Provide Them With Sales 2.0 Tools - Don't just help your team, implement Sales 2.0 tools and techniques and make your whole organization more agile. Run a training class on LinkedIn tips and tricks. If your average appointment setter is taking 100-120 dials to get an appointment, why not demonstrate techniques that can shorten those cycles and provide better quality in the process? Add click-to-dial software for your CRM, Jigsaw and NetProspex subscriptions, or social media tools for prospecting purposes, and you’re all set.
Give Them Freedom to Work - I've seen this job done a hundred different ways. Provide freedom of technique. If someone is better starting the task with research and others are better as hard core dialers, accommodate them. Maintain best practices, but give your team the freedom to work in their comfort zone. Find ways to measure them that takes into account "their personal best practices".
Provide Them With Support - Don't just give them a pitch and a phone. Back up your appointment setters with resources and staff. Help them with things like list-building, email creations, scripting, etc. If your reps can spend less time on support tasks, that leaves more time for production. Simple as that.
Ultimately, what you want to do is get the most from your B2B appointment setters, and these are some of the ways we do that for our clients and ourselves. How do you push your team to greater achievements?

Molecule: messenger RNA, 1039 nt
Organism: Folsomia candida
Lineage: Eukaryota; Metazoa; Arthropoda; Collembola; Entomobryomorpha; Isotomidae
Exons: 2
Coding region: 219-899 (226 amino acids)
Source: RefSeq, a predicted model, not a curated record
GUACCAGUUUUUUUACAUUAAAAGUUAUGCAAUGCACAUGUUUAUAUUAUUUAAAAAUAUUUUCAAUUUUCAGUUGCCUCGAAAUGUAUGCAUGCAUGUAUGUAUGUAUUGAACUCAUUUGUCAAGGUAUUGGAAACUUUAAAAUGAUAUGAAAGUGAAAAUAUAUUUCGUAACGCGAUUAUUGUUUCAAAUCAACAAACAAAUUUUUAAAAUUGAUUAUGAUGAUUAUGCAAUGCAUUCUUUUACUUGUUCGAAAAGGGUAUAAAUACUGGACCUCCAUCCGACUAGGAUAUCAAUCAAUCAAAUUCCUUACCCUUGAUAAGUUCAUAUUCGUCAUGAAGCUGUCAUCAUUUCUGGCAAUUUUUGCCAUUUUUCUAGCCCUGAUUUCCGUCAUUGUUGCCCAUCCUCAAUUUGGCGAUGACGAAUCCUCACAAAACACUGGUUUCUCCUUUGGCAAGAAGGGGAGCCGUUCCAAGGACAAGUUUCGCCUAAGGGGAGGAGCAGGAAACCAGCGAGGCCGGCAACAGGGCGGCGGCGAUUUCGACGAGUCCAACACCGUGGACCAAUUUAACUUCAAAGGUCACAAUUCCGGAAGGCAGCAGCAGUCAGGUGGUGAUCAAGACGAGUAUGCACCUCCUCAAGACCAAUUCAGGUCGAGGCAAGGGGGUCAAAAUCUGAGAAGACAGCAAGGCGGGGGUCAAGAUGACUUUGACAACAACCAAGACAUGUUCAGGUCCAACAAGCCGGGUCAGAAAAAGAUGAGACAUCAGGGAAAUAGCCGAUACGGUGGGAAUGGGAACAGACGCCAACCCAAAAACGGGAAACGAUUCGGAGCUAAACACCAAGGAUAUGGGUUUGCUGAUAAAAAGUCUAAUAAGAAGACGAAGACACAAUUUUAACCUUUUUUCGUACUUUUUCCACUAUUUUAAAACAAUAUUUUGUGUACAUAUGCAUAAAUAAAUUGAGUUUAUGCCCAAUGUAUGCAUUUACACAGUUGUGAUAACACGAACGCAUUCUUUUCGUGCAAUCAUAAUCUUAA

Photo Credit: ianturton via Flickr
Last month was the Sales 2.0 Conference in Boston (my comments here). I connected with friends and colleagues with similar desires to increase sales and marketing production with no holds barred.
I had the opportunity in Boston to present on the topic of Increasing Productivity Without Increasing Headcount and then participating on a panel discussion on the topic. (video below)
Since my attendance at the first Sales 2.0 Conference, I had discussed with Gerhard that the topics of sales and marketing in a 2.0 world just can't be discussed separately. So the highlight of my day was when he closed the session by announcing that the next "Sales 2.0 Conference" will be known as the "Sales and Marketing 2.0 Conference".
Thanks to ConnectAndSell for inviting me to speak.
Video of my presentation: